Tuesday, January 17, 2006
St. Anthony of Egypt
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Memorial (1969 Calendar): January 17
Double (1954 Calendar): January 17

Today is the feastday of St. Anthony of Egypt (251-356). After the death of his parents, St. Anthony, only 20 years old, left the world and its riches after hearing the Gospel: “Go, sell what you have, and give to [the] poor” (Mark 10:21). St. Anthony sold his house, furniture, and the land he owned, and he gave the proceeds to the poor. He joined the anchorites who lived nearby. At age 35 he moved alone to the desert and lived for 20 years in an abandoned fort.

Although he barricaded himself inside in order to achieve solitude, admirers broke in. St. Anthony miraculously healed people while agreeing to be the spiritual counselor of others. He also founded two monasteries on the Nile: one at Pispir, one at Arsinoe. In 311 AD, he left his solitude in order to combat Arianism and comfort the victims of Emperor Maximinus' persecution. While there, he again met his sister, who had also left the world and lived as a nun.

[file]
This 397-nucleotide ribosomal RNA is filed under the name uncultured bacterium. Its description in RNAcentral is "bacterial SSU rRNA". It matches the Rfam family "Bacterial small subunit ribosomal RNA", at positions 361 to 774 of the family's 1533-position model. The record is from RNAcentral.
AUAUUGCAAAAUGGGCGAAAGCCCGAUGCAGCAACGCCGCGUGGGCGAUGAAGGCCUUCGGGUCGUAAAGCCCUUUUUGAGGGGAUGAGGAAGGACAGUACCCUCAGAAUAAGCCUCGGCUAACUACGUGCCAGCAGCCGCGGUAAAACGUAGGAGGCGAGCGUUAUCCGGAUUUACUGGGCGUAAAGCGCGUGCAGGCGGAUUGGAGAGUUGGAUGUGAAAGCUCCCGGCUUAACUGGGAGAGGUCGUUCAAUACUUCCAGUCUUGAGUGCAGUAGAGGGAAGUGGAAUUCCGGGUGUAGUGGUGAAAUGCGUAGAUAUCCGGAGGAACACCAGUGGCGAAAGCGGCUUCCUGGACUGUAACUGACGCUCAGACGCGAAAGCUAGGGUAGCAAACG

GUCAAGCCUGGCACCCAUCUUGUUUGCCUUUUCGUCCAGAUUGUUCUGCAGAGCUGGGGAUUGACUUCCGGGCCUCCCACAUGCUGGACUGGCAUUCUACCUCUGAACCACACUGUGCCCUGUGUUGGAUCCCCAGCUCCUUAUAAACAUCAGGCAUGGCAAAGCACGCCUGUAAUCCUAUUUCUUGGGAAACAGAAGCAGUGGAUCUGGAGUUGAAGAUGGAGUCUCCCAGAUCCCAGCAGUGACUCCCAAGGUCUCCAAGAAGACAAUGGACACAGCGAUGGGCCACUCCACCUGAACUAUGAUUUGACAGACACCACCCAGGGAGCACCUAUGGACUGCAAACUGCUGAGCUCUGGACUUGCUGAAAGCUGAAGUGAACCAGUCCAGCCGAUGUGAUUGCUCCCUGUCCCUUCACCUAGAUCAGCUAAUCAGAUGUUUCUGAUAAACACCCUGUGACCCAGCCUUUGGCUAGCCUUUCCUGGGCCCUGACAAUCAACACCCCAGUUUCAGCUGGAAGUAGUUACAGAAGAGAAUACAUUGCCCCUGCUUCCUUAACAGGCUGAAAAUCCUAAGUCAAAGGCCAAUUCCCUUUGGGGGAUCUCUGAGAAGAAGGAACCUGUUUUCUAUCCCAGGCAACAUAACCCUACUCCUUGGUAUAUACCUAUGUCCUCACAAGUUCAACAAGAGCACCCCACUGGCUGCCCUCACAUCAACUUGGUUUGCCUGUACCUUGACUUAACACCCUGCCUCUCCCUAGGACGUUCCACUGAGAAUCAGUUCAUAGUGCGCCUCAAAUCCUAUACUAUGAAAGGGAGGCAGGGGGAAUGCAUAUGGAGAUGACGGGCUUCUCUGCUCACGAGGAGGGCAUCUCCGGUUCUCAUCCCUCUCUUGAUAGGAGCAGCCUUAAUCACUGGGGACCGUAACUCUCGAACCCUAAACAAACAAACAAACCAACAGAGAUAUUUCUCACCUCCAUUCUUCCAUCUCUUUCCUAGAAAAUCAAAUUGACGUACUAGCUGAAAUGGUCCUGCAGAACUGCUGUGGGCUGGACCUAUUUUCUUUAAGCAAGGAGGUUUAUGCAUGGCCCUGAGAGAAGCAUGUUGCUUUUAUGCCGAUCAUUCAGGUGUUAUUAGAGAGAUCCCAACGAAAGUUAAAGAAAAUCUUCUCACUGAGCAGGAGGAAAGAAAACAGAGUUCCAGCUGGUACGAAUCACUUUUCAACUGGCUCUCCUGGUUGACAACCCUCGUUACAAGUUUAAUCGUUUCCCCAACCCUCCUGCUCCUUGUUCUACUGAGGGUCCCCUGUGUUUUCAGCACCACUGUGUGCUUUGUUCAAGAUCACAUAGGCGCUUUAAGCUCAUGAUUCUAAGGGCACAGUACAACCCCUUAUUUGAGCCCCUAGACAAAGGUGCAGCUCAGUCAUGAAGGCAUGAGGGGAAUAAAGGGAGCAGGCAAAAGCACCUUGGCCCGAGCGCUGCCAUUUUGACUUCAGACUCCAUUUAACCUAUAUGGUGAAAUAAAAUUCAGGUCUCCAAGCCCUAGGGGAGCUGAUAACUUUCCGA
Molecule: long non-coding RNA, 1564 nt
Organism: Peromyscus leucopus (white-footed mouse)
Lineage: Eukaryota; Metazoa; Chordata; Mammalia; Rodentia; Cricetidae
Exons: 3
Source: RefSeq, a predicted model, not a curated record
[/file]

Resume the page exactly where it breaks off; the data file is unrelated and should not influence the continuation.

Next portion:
St. Anthony was modest and courteous. He died in solitude in 356 AD at Mount Colzim of natural causes at the age of 105; his relics are located near Vienne.

Prayer:

May the intercession of blessed Anthony the Abbot commend us unto Thee, we beseech Thee, O Lord: so that what we cannot acquire by any merits of ours, we may obtain by his patronage. Through our Lord.

Prayer Source: 1962 Roman Catholic Daily Missal

Traditional Matins Reading:

Antony was born in Egypt, of noble and Christian parents, who left him an orphan at an early age. Having one day entered a Church, he heard these words of the Gospel being read: If thou wilt be perfect, go and sell all thou hast, and give to the poor. He took them as addressed to himself, and thought it his duty to obey these words of Christ his Lord. Selling therefore his possessions, he distributed all the money among the poor. Being freed from these obstacles, he resolved to lead on earth a heavenly life. But at his entrance on the perils of such a combat, he felt that besides the shield of faith, wherewith he was armed, he must needs fortify himself with the other virtues; and so ardent was his desire to possess them, that whomsoever he saw excelling in any virtue, him did he study to imitate.